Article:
The unpaid labor gap between Japanese men and women is one of the largest in the world, with women spending nearly four times as much time on caretaking and more than eight times as much time on housework than men. In an attempt to nudge couples closer to domestic parity, governors of various prefectures in southwest Japan launched the Kyushu Yamaguchi Work Life Promotion Campaign, which, according to Reuters, “hopes to encourage the nation’s notoriously workaholic men to adopt a more balanced life and share household chores.”
In order to spread the word, the campaign recently released a video featuring three governors donning sixteen-pound pregnancy vests to get a better sense of what it feels like to be a woman in her third trimester. Set to jaunty music, the video shows the men cooking, cleaning, and food shopping as well as struggling to bend over at the supermarket, put on their socks, and get in the car—you know, all the really hard stuff women who choose to become mothers have to deal with.
“I really didn’t understand,” Tsugumasa Muraoka, governor of Yamaguchi and a father of three, says in the video. “Now that I understand what my wife put up with for so many months, I’m full of gratitude.”
I hate to be the one to puncture this moment of revelation and newly discovered good will, but there was a rather conspicuous absence in this video, one that calls into question any epiphanies achieved during the making of it: children. Yep, at no point during this exercise in empathy do we witness men engaging with the care work of real-life children. To be fair, at the end there is a short scene featuring a businessman awkwardly holding a baby in what looks like the hallway in an office building, but we are offered no reason to believe that he was the one who got the child dressed, packed the diaper bag, or is watching the clock to make sure she’ll be back in her stroller or crib in time for her nap.
Pregnancy vest stunts are a longstanding tradition that I hope never to see again. Some do it to gain insight into what it feels like to be pregnant; others see it as a way to become a more involved father. Either way, the gender politics of these experiments are better suited to a 1990s romantic comedy (a man did what?!?) than the present moment in which we are, finally, grappling with the value of care work. Also, on a more personal level, I doubt the experiment’s ability to make more than a tiny dent in a clueless man’s ignorance of the demands of pregnancy and motherhood.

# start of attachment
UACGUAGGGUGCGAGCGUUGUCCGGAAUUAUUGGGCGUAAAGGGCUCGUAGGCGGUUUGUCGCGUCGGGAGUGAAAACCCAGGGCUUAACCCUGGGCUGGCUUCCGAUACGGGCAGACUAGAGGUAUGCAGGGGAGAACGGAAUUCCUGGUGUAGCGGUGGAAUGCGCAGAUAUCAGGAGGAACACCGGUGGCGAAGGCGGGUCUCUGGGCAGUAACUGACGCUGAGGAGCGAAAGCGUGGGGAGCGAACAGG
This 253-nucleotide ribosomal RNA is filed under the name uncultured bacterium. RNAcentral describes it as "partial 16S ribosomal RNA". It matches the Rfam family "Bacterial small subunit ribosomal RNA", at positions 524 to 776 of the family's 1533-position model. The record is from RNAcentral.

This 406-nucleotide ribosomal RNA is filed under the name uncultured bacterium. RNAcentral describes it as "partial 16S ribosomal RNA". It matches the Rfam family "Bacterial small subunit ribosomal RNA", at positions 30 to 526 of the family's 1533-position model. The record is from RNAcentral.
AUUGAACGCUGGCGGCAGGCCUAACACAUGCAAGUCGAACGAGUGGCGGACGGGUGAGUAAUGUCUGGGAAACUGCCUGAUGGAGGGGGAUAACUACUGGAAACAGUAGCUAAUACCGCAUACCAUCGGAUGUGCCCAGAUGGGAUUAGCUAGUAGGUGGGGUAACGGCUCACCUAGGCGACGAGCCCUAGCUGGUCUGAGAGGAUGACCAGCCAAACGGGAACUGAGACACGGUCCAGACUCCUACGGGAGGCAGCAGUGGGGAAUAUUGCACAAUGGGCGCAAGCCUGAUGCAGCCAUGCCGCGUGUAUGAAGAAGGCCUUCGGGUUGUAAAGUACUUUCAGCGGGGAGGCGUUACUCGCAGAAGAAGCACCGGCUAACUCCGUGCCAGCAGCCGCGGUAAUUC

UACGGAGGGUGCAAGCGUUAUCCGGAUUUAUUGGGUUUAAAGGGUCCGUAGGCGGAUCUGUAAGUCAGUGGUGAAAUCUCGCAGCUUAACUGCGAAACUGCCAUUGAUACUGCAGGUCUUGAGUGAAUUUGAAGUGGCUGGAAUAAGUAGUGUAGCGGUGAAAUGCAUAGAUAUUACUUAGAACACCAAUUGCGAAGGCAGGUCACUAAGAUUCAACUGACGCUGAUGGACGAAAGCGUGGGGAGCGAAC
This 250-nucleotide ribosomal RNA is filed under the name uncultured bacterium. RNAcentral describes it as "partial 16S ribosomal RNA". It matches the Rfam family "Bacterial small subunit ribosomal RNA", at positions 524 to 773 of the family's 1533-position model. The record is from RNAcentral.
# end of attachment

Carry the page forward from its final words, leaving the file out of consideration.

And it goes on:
Even pregnancy vest wearers with the most modest ambitions—those who just want to get a sense of how being pregnant physically feels—won’t gain much insight from strapping on heavy bellies and a pair of breasts. Being pregnant comes with a panoply of sensations, which can include organ displacement, insomnia, exhaustion, depression, anxiety, slowed digestion, nausea, shortness of breath, incontinence, headaches, back pain, sciatica, hemorrhoids, itchy skin, heartburn, and other physical and emotional delights. Not every woman experiences all of these, but most of us experience enough of them to well understand that the burden of carrying around an extra twenty- to thirty-some pounds in the third trimester is just a tiny sliver of the pie. Far more useful than wearing the vest, and demanding praise and attention for it, would be for a guy to take a second and remember the last time he had any of these symptoms and how it felt, and then imagining having a few of them at once.
And for those, like GQ’s Benjamin Percy and the triad of governors in Japan, who believe it will make them better fathers, it won’t. For that, try, yes, fathering. Spend a whole day taking care of your children, or, if you don’t have any, shadowing a parent or assisting at a childcare center. Dress them, wipe them, feed them, stimulate them, relax them, discipline them, and, bonus round, get them to bed. You can even record it on video and set it to jaunty music, blooper reel optional.
I suspect that, on some level, men understand that revelations gleaned from wearing a pregnancy vest—being eight months pregnant is hard! even for big strong manly men!—are vapid. They know pregnancy is more complex than donning extra weight for a short period time, and parenthood exists within a different class of physical and emotional challenges altogether. But admitting this would hold them accountable in a way that playing dress-up never will.